Our all time favorite, and still to this day, was the small seafood restaurant we stopped at. The owner served us generous portions of meaty crab and intensely flavorful shells, topped by a fresh and crisp white wine. The feast was complemented by a decor worthy of a real fishing boat, small artifacts of the sea hanging from every wall, windows with a view on the small harbor.
Toulouse: fearless racers, bricks & a long awaited reunion
The main reason for our stop in Toulouse was really to meet my childhood friend. However, it is a city I always appreciated. In France, we call it " La Ville Rose " - the Pink city. If you want my opinion, it should be called the orange city instead: the bricks that gave it this name always looked more that way to me, maybe because of the often gloomy and humid weather.
It's a lively city, busy with students and young professionals. To me, it always seems to have a bohemian air, a soft spot for art, serious gastronomy & a rebel spirit.
There, we lived the local life.
We enjoyed the best of France: fresh croissants from the corner bakery, a good meal with wine, and my favorite - apéro with saucisson (look it up!). We also saw a soap box race, where families and friends raced down a hill in made up vehicles, while other watched sipping on a beer and enjoying the popular live music.
In the evening, we did as the "Toulousains" do and sat by the canal, contemplating the changing sunset light over the water and the brick buildings.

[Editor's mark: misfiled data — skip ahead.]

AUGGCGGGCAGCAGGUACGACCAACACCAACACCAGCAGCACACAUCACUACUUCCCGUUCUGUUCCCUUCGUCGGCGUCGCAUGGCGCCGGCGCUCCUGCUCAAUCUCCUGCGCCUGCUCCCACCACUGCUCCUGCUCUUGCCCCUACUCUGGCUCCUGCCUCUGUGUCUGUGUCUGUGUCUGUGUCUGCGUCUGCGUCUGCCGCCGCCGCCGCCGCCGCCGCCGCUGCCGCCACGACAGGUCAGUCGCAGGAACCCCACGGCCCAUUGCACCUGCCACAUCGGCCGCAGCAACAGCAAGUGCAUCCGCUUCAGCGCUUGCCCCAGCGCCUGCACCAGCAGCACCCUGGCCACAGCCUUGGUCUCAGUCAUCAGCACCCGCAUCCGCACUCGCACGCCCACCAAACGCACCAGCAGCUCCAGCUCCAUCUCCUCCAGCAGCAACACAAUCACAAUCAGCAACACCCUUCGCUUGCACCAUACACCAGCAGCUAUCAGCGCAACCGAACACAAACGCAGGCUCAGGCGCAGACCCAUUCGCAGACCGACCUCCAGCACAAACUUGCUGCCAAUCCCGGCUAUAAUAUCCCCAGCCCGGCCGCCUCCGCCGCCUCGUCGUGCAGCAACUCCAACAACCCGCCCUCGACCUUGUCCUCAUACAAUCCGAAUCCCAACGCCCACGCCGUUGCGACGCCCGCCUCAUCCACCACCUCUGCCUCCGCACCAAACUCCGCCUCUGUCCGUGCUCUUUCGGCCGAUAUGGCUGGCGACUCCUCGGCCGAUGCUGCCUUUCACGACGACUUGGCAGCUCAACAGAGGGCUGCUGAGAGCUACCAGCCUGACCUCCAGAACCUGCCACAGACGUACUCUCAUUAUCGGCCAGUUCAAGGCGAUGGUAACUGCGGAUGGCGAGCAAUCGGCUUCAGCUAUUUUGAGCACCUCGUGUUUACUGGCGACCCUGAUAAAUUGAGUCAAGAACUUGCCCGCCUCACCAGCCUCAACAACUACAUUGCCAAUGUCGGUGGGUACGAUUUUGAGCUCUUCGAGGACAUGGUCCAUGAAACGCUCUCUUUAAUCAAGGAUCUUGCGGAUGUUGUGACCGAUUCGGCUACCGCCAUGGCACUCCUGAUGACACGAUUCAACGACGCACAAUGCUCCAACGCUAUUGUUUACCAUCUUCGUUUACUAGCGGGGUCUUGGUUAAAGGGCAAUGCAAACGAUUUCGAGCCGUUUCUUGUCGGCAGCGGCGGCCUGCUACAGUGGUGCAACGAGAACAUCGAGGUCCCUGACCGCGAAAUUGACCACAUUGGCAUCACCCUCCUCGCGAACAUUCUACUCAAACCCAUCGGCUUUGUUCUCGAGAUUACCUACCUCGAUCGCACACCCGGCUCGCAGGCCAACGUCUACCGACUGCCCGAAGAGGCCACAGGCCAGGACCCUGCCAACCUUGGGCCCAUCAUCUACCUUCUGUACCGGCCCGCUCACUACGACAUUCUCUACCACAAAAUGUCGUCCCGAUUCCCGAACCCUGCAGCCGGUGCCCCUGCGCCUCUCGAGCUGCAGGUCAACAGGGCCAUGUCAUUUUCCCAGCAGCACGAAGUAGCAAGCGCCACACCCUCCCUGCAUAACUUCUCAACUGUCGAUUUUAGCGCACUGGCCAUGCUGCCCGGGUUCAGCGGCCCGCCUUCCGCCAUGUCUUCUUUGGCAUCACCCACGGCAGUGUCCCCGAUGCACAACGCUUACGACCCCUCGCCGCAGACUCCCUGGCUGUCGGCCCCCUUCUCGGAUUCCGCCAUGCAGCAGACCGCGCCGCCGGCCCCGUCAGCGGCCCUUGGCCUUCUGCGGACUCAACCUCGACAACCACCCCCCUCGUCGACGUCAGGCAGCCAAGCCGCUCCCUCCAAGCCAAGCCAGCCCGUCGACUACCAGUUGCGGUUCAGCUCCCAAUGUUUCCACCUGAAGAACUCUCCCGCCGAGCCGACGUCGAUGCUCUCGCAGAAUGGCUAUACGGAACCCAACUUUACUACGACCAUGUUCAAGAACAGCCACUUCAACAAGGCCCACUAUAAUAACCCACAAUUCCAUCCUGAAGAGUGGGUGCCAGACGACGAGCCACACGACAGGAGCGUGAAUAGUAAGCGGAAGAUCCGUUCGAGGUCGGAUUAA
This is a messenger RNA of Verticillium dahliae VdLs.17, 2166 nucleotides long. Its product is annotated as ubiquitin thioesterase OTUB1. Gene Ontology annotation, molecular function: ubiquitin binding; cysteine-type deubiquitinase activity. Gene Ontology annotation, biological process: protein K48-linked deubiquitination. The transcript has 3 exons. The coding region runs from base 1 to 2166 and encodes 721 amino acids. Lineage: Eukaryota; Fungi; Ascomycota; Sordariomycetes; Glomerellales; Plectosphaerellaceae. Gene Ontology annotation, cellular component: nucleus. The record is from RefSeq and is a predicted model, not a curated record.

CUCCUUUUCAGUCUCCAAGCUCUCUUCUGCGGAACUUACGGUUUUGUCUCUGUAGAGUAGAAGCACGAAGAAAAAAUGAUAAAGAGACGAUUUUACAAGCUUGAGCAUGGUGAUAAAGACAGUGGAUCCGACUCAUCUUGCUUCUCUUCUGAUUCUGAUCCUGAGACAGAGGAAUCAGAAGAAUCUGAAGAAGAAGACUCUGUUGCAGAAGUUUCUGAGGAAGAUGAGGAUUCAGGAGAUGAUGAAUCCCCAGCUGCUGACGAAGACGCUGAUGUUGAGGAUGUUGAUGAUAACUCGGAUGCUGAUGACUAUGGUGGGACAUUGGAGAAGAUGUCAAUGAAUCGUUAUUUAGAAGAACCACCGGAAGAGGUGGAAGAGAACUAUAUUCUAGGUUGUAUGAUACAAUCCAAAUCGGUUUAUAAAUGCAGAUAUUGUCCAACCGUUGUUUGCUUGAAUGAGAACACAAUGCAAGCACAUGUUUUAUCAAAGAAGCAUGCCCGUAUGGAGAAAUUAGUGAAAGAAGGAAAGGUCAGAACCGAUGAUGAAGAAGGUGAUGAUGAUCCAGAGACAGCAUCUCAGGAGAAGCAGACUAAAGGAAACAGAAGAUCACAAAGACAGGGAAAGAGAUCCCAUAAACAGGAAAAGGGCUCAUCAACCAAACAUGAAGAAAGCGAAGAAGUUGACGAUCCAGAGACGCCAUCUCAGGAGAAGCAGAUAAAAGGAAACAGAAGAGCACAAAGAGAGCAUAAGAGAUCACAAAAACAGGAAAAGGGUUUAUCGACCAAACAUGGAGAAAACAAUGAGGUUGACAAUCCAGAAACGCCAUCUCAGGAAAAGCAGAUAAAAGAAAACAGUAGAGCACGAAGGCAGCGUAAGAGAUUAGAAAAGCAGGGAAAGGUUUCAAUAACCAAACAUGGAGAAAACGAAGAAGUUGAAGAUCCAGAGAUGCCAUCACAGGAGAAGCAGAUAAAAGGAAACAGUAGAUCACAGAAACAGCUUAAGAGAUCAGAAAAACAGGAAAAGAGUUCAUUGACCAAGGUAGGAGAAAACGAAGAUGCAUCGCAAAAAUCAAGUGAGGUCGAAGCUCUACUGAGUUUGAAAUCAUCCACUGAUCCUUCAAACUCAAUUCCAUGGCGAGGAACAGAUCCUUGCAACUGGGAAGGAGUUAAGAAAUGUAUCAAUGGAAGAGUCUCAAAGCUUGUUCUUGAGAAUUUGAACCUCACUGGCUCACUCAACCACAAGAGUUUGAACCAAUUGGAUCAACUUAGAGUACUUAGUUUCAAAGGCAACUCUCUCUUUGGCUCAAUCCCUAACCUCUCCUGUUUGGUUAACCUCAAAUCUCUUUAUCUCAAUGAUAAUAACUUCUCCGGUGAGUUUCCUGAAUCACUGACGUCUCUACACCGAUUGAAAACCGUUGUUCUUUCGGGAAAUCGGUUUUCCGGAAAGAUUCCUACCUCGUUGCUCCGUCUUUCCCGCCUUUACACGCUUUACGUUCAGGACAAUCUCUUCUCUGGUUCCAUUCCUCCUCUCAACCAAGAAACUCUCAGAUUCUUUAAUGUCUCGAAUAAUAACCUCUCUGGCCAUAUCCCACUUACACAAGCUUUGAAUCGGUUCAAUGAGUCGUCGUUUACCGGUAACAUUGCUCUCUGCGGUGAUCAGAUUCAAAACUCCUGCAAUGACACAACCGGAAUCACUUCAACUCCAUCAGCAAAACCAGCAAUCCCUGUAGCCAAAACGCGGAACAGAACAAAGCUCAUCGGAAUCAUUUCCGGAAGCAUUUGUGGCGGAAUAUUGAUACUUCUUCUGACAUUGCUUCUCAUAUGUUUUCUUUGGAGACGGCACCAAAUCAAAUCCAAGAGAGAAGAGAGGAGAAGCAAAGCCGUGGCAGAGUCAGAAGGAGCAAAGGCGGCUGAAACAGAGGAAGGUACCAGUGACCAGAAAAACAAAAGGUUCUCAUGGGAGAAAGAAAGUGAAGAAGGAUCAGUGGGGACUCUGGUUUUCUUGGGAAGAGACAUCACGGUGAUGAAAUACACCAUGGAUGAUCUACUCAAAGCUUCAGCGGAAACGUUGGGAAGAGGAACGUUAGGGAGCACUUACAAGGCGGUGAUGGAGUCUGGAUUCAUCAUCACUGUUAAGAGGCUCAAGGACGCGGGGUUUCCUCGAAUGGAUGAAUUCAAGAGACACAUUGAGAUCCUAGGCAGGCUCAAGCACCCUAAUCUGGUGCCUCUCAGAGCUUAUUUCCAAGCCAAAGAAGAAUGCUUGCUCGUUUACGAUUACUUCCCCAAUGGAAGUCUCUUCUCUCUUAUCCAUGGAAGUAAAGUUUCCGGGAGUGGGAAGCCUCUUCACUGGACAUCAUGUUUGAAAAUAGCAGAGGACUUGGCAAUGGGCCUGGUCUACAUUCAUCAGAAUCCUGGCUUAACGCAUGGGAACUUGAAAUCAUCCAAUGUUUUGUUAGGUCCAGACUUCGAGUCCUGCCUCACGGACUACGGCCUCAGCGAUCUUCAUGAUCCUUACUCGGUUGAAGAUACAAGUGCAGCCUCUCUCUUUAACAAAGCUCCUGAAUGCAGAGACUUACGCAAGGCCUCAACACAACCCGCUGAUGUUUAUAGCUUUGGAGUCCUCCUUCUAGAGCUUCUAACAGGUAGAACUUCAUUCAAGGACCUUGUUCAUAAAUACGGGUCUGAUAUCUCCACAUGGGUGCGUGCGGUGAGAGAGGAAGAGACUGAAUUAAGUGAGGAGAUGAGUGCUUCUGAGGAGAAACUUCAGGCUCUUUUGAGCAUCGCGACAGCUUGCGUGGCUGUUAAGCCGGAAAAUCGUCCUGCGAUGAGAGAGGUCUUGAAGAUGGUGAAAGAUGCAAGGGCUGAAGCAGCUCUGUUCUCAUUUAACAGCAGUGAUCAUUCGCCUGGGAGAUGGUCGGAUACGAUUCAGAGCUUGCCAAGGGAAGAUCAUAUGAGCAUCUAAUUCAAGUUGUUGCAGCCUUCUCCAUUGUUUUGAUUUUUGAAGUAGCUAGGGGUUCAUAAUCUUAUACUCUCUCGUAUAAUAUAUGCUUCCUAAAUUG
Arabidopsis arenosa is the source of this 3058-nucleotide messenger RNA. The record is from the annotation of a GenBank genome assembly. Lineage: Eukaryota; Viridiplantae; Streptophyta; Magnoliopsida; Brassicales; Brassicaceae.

My France: Uzès & the South
From Toulouse, we made our way to what I call the "real South" - you'll have guessed, that's where I am from.
Uzès was our "base", and from there we took some excursions to the country side and cities such as Aix-en-Provence and Marseille.
We also visited "les Carrières de Lumière", a natural cave where light installations display the works of famous artists, such as to make you feel you are part of the painting yourself. It's a fabulous and very moving experience, and that day the exhibition was focused on Van Gogh.
Uzès is a provincial town, inland, but not far from the Mediterranean coast towards Montpelier. It's quaint and very medieval, with its old and newer buildings always polished.
Beautiful & quiet, it comes to life mostly on market days: Saturday, mostly for the tourist and visitors, and Wednesday, when the locals shop.